Wu, S.J., Huang, J.H., Wu, T.H., Song, K., Wang, H.S., Xing, L.H., Xu, H.Y., Xu, L., Guan, J.Q., Kan, Q.B., 2006. Synthesis, characterization, and catalytic performance of mesoporous Al-SBA-15 for tert-butylation of phenol. Chin. J. Catal. 27, 9-14.

Yadav, G.D., Pathre, G.S., 2006. Novel mesoporous for selective C-alkylation of m-cresol with tert-butanol. Microporous Mesoporous Mater. 89, 16-24.

Yang, X.L., Dai, W.L., Gao, R.H., Chen, H., Li, H.X., Cao, Y., Fan, K.N., 2005. Synthesis, characterization and catalytic application of mesoporous W-MCM-48 for the selective oxidation of cyclopen-tene to glutaraldehyde. J. Mol. Catal. A: Chem. 241, 205-214.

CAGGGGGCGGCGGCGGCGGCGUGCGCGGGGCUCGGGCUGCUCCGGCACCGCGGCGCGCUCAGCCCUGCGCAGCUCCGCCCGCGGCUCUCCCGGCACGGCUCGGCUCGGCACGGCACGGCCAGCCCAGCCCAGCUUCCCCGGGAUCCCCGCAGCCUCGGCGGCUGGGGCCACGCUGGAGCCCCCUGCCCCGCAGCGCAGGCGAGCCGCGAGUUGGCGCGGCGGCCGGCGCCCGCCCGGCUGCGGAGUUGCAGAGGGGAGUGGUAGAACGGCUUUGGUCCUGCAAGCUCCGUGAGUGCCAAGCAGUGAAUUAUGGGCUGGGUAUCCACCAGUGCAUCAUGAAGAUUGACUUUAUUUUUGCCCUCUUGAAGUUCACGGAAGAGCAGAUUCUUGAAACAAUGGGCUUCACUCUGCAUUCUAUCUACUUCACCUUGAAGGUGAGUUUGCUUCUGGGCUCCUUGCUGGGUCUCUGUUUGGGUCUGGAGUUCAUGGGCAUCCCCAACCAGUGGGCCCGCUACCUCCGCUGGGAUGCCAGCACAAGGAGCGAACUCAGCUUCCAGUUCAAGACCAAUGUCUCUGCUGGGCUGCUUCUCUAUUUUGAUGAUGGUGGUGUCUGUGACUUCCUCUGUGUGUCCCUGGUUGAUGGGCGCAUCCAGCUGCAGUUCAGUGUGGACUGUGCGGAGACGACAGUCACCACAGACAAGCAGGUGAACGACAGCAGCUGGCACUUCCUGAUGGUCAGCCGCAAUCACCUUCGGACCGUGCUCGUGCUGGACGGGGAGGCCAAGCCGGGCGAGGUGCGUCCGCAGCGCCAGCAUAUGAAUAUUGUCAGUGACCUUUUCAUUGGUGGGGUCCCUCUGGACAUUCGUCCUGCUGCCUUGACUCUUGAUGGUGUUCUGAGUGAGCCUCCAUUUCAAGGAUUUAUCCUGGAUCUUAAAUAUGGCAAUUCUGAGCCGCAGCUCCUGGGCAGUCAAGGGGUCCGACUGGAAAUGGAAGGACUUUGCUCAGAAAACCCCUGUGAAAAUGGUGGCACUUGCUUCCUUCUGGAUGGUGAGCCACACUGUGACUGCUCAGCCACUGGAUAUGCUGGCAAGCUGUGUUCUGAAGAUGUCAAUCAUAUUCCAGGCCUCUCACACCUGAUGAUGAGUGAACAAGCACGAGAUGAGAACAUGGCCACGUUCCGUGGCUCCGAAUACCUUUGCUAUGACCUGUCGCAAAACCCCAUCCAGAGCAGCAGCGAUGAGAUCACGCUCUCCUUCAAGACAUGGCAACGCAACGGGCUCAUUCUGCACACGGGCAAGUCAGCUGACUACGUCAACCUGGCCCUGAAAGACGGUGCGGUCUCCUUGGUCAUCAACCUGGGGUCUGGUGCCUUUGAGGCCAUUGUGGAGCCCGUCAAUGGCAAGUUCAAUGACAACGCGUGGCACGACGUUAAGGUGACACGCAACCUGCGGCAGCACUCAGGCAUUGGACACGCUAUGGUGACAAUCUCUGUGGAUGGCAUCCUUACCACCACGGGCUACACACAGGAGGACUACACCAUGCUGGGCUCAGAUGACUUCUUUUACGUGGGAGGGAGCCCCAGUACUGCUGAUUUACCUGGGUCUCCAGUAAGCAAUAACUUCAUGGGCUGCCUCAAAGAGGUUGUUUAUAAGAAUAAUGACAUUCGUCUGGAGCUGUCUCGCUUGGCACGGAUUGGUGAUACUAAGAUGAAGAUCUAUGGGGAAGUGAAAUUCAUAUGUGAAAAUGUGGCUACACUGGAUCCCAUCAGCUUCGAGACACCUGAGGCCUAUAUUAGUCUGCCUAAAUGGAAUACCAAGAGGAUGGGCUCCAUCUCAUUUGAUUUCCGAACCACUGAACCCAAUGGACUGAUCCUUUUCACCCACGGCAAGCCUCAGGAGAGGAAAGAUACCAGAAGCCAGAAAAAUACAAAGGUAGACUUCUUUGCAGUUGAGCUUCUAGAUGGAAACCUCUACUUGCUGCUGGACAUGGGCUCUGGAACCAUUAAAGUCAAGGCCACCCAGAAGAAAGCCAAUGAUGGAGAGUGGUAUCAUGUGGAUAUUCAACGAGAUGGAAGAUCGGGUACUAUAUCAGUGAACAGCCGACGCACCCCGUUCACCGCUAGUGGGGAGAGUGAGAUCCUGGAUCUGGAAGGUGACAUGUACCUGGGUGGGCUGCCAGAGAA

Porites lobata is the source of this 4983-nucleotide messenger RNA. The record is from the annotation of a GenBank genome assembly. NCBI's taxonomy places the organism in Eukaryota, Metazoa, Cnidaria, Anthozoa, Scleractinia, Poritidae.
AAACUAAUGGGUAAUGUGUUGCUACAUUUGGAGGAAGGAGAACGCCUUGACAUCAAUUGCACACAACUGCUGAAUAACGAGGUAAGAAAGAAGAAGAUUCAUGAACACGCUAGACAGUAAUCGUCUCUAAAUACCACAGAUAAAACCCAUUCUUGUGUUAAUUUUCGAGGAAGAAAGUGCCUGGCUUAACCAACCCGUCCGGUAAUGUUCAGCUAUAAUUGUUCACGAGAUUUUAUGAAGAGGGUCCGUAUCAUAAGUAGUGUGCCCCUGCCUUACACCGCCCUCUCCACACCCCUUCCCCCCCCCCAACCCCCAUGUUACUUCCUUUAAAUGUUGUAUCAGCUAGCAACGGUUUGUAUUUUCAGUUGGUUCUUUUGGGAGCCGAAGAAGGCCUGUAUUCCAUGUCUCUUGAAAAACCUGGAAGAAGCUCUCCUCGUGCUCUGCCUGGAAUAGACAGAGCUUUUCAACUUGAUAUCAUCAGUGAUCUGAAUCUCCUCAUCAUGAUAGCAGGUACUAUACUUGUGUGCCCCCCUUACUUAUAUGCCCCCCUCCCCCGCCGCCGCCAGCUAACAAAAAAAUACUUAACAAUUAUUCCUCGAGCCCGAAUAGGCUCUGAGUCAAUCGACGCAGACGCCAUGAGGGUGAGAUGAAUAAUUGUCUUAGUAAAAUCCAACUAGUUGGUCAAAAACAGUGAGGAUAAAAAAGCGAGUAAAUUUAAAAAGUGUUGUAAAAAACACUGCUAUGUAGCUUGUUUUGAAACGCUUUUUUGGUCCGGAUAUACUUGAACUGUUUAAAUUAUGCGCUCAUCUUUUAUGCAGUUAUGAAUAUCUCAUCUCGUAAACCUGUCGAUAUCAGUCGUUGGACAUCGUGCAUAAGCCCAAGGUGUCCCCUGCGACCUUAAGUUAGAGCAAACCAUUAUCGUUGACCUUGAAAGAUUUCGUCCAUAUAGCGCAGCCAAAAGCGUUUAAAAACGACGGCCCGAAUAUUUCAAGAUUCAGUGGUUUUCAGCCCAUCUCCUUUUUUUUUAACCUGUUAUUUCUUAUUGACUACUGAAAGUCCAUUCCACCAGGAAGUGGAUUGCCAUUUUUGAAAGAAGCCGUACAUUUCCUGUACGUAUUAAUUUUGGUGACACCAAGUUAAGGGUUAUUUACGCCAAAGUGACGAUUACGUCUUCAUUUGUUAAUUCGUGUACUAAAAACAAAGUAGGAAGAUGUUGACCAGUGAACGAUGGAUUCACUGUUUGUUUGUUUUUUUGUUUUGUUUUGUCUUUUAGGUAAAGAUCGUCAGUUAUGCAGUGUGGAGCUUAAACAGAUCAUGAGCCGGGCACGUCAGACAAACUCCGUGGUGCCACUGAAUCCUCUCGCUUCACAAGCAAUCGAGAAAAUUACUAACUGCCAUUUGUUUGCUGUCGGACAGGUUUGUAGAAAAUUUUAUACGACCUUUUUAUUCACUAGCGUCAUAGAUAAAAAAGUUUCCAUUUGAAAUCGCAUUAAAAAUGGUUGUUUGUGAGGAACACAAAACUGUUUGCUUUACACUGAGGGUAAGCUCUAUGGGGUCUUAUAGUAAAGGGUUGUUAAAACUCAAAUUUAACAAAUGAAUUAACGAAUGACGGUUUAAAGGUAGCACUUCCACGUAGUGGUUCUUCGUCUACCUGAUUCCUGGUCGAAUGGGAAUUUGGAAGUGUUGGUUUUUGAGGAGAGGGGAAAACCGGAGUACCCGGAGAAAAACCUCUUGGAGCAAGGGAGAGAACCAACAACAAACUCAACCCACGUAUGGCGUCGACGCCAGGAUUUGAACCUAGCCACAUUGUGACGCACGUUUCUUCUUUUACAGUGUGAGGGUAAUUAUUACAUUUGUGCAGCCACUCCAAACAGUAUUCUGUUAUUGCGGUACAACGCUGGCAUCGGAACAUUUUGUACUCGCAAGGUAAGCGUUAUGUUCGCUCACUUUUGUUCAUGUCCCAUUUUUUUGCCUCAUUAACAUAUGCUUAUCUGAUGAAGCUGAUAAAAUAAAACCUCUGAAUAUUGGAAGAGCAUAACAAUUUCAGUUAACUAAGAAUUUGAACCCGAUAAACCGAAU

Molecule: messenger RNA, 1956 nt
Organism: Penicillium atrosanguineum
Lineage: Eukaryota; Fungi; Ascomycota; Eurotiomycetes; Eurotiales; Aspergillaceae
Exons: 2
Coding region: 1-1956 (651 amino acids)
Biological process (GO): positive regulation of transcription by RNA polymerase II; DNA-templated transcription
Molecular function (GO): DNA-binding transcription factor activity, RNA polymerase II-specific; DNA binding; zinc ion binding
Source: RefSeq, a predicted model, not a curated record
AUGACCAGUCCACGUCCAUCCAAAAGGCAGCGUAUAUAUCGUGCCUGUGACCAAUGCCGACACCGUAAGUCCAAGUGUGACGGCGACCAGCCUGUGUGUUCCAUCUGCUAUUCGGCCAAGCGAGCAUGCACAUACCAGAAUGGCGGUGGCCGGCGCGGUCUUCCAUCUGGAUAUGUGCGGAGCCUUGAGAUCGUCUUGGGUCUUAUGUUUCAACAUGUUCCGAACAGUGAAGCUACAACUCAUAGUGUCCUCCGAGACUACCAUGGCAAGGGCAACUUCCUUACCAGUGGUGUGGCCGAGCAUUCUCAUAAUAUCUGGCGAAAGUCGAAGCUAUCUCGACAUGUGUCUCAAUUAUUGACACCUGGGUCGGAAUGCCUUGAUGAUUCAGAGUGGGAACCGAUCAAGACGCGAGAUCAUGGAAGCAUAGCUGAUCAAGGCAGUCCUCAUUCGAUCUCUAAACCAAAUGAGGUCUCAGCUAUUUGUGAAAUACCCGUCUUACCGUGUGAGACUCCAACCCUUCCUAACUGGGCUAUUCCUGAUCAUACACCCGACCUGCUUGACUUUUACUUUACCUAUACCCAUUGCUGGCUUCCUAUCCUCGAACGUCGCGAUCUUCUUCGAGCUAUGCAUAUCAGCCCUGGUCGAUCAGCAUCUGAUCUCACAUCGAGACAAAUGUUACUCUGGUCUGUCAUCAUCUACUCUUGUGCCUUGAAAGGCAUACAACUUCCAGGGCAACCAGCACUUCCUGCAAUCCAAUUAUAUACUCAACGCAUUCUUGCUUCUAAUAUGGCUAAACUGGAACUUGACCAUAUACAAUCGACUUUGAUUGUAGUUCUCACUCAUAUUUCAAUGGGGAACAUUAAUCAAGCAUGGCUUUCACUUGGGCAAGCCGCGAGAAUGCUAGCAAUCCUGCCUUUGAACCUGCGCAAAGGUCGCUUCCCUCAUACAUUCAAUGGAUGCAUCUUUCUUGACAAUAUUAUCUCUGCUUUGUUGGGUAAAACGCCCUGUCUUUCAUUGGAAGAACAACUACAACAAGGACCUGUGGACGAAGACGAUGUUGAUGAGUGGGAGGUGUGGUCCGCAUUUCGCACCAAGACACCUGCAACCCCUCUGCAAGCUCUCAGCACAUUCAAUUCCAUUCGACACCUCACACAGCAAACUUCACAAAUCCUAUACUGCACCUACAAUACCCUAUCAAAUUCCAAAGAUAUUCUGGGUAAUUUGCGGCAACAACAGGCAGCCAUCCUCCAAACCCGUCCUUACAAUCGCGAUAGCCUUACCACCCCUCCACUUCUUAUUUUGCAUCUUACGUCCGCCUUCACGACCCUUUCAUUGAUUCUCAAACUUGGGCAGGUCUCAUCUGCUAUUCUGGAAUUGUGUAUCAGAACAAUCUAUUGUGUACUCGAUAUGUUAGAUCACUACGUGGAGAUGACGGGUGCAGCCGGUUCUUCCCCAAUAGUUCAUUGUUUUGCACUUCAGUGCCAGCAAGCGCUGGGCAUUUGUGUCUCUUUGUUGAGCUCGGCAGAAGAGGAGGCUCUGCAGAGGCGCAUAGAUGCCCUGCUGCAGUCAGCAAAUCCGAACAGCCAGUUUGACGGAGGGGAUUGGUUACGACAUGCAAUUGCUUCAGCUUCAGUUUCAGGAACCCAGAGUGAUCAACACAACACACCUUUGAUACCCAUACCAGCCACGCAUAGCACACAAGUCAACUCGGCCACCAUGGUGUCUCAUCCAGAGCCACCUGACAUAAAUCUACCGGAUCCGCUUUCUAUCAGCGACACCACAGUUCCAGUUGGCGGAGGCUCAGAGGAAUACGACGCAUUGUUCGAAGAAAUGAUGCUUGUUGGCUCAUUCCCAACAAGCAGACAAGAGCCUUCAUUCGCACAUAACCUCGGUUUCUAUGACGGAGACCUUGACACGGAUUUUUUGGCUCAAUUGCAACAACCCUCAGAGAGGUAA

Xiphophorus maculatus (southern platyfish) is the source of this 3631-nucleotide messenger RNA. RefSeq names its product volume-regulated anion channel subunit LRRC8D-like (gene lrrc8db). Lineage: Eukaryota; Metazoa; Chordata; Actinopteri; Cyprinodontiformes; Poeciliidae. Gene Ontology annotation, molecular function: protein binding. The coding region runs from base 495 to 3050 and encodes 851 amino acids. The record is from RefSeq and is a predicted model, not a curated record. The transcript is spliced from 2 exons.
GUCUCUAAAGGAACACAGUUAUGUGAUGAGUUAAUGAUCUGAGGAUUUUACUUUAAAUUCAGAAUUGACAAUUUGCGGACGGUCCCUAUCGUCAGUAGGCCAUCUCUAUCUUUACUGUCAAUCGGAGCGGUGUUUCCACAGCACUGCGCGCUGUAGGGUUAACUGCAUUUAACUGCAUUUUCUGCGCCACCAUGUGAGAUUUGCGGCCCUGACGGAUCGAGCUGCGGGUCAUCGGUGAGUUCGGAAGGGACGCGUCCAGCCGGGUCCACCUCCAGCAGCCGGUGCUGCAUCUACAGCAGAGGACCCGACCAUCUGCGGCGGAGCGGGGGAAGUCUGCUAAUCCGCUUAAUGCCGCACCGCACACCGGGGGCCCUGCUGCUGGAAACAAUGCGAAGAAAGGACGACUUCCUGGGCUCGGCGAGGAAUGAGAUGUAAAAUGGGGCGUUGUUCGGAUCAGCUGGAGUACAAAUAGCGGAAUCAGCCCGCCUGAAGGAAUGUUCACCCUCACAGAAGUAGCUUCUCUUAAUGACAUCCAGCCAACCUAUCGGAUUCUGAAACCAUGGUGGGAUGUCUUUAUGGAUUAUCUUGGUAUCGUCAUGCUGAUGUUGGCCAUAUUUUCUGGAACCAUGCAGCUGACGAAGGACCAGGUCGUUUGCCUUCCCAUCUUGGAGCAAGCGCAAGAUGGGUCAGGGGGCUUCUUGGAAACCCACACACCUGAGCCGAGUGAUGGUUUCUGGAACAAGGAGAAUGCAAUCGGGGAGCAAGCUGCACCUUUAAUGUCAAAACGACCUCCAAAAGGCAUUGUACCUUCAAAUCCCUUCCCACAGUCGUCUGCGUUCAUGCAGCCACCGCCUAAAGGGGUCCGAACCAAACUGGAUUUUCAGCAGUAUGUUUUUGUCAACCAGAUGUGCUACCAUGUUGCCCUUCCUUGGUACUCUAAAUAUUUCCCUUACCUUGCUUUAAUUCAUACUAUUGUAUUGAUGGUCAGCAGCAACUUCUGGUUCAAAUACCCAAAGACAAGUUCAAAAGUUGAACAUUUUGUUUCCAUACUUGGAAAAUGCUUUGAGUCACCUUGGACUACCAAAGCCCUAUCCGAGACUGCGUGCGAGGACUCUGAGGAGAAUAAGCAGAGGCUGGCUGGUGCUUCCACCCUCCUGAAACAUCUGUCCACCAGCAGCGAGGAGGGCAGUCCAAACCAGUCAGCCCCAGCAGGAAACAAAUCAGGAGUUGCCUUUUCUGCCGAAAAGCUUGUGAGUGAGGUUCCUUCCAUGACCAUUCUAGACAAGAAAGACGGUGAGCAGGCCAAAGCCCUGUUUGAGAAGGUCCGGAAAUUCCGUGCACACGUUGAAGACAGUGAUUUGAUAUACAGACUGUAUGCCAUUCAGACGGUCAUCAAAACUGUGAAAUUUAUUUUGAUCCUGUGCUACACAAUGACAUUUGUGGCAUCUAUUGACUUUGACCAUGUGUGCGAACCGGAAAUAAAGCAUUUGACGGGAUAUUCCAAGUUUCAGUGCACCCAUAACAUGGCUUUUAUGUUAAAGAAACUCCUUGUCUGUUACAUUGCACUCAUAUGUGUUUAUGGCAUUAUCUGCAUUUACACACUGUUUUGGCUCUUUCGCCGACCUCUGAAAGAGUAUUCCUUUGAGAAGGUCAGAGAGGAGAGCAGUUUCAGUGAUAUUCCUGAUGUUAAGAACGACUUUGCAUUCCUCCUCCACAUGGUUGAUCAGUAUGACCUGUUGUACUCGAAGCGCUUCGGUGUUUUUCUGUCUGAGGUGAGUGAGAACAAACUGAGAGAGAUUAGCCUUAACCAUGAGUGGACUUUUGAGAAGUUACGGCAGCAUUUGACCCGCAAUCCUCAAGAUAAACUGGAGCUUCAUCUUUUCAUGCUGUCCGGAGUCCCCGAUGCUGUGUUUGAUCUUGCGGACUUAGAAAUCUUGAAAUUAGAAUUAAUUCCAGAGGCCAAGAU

Zhang, K., Yuan, E.H., Xu, L.L., Xue, Q.S., Luo, C., Albela, B., Bonneviot, L., 2012. Preparation of high-quality MCM-48 mesoporous silica and the mode of action of the template. Eur. J. Inorg. Chem. 26, 4183-4189.

Zhao, Z.K., Wang, W.L., Qiao, W.H., Wang, G.R., Li, Z.S., Cheng, L.B., 2006. HY zeolite catalyst for alkylation of a-methylnaphtha-lene with long-chain alkenes. Microporous Mesoporous Mater. 93, 164-170.

Zhao, W., Li, Q.Z., Wang, L.N., Chu, J.L., Qu, J.K., Li, S.H., Qi, T., 2010a. Synthesis of high quality MCM-48 with binary cationic-nonionic surfactants. Langmuir 26, 6982-6988.

Zhao, D., Rodriguez, A., Dimitrijevic, N., Rajh, T., Koodali, R.T., 2010b. Synthesis, structural characterization, and photocatalytic performance of mesoporous W-MCM-48. J. Phys. Chem. C 114, 15728-15734.